Researchers developing decentralised power grid modeled on the Internet

May 22, 2014
Researchers developing decentralised power grid modeled on the Internet

Meeting the world's energy demands is one of the major challenges of our time. Renewables? Nuclear? Fracking? Carbon Capture and Storage? We're desperate to discover a silver bullet. Our researchers are exploring all possible solutions - from mathematical methodologies for adapting our systems to visionary, seemingly whacky, plans for future energy extraction.

The way that we consume and generate electricity has changed enormously since the era when electricity grids were first developed. The grids haven't always kept pace. Scientific American reports this week on how researchers at Boston University are developing software that will let renewable energy flow into and out of a decentralised power grid just like data on the Internet.

The research team, led by Pablo Ruiz, has written algorithms that analyse power flows on the transmission grid and identify less-congested routes. Scientific American likens the method to 'the way a car navigation program will propose back roads if there's heavy traffic on the main highway'.

Armed with this information, grid operators can then open and close circuit breakers to redirect power and make the most cost-effective energy source available. Ruiz estimates the project's Topology Control Algorithms software could save 100 million dollars (around EUR 73 million) a year in congestion-related costs and reduce wind curtailments by roughly 50 percent.

Meanwhile, scientists in Japan have dreamt up a slightly more daring plan to secure the earth's energy supply. reports that researchers at the Japan Aerospace Exploration Agency (JAXA) are exploring the possibility of developing a giant solar farm in space. The floating power plant could gather the sun's energy with virtually no constraints from the weather, seasons or time of day, delivering a constant supply of green energy to Earth.

How would our space solar farm actually work? According to, the proposed model, consisting of floating , would be several miles long and weigh 10 000 metric tons. The panels would be tied to a station on the ground in order to keep the satellite at a fixed point in geostationary orbit.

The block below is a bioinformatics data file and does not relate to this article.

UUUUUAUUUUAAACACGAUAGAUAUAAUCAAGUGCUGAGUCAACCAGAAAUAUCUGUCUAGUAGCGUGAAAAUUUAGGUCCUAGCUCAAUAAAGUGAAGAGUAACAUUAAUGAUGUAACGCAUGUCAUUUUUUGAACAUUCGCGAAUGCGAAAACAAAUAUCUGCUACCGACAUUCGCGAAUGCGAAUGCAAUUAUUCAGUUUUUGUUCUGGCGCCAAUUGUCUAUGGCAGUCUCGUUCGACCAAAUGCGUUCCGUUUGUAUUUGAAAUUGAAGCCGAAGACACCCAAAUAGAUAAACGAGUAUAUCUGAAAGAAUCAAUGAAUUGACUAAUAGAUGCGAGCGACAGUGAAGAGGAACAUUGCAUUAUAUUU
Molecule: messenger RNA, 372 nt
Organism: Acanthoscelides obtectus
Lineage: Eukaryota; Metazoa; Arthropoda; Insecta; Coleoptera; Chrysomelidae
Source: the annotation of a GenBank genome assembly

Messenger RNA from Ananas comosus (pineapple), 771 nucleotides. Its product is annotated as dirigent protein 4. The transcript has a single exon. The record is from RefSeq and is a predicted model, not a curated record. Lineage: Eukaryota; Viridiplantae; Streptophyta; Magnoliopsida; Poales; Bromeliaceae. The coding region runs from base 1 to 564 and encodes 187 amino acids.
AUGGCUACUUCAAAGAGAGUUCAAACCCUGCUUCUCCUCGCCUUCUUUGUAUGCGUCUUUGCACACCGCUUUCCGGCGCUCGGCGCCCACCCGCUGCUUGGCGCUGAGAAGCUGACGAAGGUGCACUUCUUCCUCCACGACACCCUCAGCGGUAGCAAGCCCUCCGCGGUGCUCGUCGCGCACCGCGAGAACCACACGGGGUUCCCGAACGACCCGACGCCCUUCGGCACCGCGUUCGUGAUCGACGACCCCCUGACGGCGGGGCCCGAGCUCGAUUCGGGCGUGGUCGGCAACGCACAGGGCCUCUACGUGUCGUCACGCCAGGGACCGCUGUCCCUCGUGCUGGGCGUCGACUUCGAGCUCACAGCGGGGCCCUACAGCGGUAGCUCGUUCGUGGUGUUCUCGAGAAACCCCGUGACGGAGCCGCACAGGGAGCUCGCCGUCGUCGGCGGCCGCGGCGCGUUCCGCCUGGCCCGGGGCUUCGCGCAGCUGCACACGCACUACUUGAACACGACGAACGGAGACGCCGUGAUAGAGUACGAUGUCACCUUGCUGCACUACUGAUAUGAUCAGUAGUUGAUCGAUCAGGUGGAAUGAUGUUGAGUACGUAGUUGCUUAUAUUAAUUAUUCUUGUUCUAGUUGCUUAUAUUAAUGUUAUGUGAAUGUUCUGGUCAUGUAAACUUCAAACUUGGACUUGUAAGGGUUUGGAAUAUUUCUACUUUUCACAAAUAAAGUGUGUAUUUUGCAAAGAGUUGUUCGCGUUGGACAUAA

Researchers are currently exploring how we could get all of that precious sun back to Earth. At the moment, they believe that we could convert the into either laser beams or microwaves, or perhaps even a combination of both, which would then be transmitted to a receiving facility situated on Earth. notes, 'These space based solar panels would be around 5-10 times more efficient than ground-based solar conversion systems. Furthermore, CO2 emissions will be low and will only come from the receiving facility. It's predicted that SSPS will be able to process around 1 gigawatt of power, which is a similar amount to .'

The science site concludes. 'This concept may seem a little far-fetched, but JAXA believe they are getting tantalizingly close to turning this vision into a reality.' This is science without the fiction, according to JAXA anyway.

Explore further: Toward a 'green grid' for delivering solar and wind-based electricity

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2 / 5 (1) May 22, 2014
Instead of centralizing the decision on switching, they might consider decentralizing that as well.
See http://johncarlos...rt-grid/

This makes it instant, automatic and based on a standard (price) that all can understand and program for.

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